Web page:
Intraocular pressure during robotic-assisted laparoscopic prostatectomy: a prospective observational study
Yuriko Kondo, Noriyuki Echigo, Takahiro Mihara, Yukihide Koyama, Kosuke Takahashi, Kenta Okamura, Takahisa Goto
Background and objectives
Although previous reports have shown intraocular pressure changes during robotic-assisted laparoscopic prostatectomy, they did not discuss the time course of changes or the timing of the largest change. We conducted this study to quantify pressure changes over time in patients assuming the steep Trendelenburg position during robotic-assisted laparoscopic prostatectomy.
Twenty-one men were enrolled. Intraocular pressure was measured before anesthesia induction in the supine position (T0); 30 (T1), 90 (T2), and 150 minutes after assuming the Trendelenburg position (T3); and 30 minutes after reassuming the supine position (T4). End-tidal carbon dioxide and blood pressure were also recorded. To compare intraocular pressure between the time points, we performed repeated-measures analysis of variance. A mixed-effects multivariate regression analysis was conducted to adjust for confounding factors.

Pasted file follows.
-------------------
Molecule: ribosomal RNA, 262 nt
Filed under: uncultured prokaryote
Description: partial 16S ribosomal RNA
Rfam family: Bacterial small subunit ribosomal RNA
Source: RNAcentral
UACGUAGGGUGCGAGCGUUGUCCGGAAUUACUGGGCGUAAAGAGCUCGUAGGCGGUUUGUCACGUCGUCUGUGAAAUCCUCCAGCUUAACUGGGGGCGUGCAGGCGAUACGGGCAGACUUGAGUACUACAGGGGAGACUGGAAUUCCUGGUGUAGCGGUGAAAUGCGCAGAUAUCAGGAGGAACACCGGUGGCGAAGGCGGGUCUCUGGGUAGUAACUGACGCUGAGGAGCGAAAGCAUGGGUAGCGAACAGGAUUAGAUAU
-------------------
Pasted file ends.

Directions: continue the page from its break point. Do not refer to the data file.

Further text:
The mean (standard deviation) intraocular pressure was 18.3 (2.4), 23.6 (3.0), 25.1 (3.1), 25.3 (2.2), and 18.1 (5.0) mmHg at T0, T1, T2, T3, and T4, respectively. The mean intraocular pressure was higher at T1, T2, and T3 than at T0 (p < 0.0001 for all). There was no significant difference between T0 and T4, and between T3 and T2 (p > 0.99 for both).
The Trendelenburg position during robotic-assisted laparoscopic prostatectomy increased intraocular pressure. The increase was moderate at 90 minutes after the position was assumed, with the value being approximately 7 mmHg higher than the baseline value. The baseline intraocular pressure was restored at 30 minutes after the supine position was reassumed.